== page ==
Life and Fate

Life and Fate, by Vasily Grossman ($16.47)

This is a Russian novel of World War II, censored by the Soviet Union, but nevertheless smuggled out to the west in the 70s.   The book is discussed here.
Grossman’s epic novel…draws uncomfortable parallels between Nazi and Soviet power, a politically potent theme. — Bill Keller, The New York Times

Not just a great WWII novel: a masterpiece by any yardstick. — New Statesman & Society

[A book of] powerful human warmth…. The depiction of the Shtrum family…feels like Chekhov, or even Bellow. — Keith Gessen, The New Yorker

[A] masterful evocation of the fate of Russia as it is expressed through the lives of its people. — USA Today

[An] extraordinarily dark portrait of Soviet society. — David Remnick, The Washington Post

Product Description

A book judged so dangerous in the Soviet Union that not only the manuscript but the ribbons on which it had been typed were confiscated by the state, Life and Fate is an epic tale of World War II and a profound reckoning with the dark forces that dominated the twentieth century.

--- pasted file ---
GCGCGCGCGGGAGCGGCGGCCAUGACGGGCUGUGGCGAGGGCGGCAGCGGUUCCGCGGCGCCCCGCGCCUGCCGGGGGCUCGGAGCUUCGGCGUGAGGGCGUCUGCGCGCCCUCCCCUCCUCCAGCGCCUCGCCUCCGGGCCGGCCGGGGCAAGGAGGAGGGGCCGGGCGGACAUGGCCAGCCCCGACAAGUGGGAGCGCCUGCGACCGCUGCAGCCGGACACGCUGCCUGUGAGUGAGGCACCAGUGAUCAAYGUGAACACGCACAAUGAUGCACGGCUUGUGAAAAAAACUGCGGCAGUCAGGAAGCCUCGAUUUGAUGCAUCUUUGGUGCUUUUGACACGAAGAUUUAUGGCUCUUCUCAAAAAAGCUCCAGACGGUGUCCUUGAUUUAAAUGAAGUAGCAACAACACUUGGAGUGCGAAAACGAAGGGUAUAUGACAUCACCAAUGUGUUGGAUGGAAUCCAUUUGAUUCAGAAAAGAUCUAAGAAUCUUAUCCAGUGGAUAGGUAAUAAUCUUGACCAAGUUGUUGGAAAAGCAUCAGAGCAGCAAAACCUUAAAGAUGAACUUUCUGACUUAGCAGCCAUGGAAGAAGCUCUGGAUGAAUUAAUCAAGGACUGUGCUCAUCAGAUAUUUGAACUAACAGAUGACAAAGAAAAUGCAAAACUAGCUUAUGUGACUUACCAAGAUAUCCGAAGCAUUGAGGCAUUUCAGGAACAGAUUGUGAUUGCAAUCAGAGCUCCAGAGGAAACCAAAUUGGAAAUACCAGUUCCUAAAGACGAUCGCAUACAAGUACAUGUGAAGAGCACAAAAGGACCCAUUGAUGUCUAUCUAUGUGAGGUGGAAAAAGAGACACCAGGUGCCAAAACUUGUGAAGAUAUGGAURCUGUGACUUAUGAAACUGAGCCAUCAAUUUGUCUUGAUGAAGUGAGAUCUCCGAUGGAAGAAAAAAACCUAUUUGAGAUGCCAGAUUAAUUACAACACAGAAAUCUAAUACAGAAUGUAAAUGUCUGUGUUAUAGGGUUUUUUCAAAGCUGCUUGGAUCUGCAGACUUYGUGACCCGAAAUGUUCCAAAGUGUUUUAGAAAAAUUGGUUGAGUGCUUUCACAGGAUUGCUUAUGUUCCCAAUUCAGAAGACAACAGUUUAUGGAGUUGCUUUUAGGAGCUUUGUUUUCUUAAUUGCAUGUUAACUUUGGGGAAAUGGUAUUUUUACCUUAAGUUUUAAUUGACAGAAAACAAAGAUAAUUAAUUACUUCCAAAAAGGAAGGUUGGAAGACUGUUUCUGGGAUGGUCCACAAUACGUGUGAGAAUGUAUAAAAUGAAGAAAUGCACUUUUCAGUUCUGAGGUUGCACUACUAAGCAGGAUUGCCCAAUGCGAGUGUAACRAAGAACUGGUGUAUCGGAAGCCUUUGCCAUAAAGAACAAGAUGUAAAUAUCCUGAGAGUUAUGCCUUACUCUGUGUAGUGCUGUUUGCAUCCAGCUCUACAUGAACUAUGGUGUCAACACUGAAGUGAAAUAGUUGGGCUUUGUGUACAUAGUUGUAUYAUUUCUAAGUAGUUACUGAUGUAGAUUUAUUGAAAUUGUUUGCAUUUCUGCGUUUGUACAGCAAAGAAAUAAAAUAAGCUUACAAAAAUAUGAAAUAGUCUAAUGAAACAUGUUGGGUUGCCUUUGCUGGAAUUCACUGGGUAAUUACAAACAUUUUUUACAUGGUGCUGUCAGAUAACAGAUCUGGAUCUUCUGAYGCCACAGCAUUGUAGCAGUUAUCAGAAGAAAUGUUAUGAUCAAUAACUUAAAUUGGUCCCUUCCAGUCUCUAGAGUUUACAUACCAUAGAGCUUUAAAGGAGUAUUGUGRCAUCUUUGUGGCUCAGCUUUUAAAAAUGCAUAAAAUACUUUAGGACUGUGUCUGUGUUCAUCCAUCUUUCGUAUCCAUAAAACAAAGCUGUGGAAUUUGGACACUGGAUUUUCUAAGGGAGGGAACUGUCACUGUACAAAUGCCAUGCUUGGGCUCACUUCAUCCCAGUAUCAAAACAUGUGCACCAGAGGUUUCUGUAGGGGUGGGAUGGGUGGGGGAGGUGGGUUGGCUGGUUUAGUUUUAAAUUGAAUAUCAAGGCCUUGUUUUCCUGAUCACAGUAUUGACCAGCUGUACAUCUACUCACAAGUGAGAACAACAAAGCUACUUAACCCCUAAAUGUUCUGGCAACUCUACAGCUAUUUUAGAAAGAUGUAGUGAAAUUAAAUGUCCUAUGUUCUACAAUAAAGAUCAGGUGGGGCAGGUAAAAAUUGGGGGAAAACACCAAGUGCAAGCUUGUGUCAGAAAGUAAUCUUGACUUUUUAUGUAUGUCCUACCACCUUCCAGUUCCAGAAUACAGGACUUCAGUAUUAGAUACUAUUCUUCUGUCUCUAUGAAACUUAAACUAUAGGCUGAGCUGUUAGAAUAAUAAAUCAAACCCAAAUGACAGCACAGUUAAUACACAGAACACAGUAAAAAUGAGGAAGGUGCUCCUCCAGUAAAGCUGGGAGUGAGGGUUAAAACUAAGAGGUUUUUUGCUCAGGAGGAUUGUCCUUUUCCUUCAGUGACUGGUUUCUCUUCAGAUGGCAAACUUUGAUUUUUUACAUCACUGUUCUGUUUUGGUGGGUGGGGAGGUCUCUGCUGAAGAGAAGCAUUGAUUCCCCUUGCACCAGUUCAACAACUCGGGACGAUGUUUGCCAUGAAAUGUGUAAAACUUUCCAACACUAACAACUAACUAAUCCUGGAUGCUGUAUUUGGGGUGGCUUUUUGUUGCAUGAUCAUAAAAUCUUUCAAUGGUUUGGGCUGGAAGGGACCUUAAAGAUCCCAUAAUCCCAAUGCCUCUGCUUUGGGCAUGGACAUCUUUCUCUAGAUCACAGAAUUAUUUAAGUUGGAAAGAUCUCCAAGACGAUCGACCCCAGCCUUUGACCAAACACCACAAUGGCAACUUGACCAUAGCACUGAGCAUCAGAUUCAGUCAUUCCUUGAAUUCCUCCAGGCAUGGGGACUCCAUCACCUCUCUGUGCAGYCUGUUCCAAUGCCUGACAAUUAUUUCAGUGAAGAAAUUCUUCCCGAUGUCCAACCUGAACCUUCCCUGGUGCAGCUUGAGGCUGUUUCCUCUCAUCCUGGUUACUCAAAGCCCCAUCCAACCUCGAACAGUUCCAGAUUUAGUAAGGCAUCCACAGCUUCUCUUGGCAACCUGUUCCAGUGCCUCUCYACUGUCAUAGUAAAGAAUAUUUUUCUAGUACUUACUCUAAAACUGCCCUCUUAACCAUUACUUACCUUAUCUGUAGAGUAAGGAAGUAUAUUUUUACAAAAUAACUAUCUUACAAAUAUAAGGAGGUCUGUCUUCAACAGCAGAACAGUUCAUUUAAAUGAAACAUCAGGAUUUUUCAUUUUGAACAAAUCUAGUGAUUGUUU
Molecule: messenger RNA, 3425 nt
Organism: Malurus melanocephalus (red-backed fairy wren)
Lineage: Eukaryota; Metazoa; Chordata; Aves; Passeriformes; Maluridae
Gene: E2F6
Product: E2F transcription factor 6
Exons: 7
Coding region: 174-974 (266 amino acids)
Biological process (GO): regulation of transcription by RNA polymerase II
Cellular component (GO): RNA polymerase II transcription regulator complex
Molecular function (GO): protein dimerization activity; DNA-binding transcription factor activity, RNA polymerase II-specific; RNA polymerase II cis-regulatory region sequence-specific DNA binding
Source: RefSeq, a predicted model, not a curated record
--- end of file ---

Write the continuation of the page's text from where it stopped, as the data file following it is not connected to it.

Interweaving a transfixing account of the battle of Stalingrad with the story of a single middle-class family, the Shaposhnikovs, scattered by fortune from Germany to Siberia, Vasily Grossman fashions an immense, intricately detailed tapestry depicting a time of almost unimaginable horror and even stranger hope.

Life and Fate juxtaposes bedrooms and snipers’ nests, scientific laboratories and the Gulag, taking us deep into the hearts and minds of characters ranging from a boy on his way to the gas chambers to Hitler and Stalin themselves.

This novel of unsparing realism and visionary moral intensity is one of the supreme achievements of modern Russian literature.

The book is discussed here.

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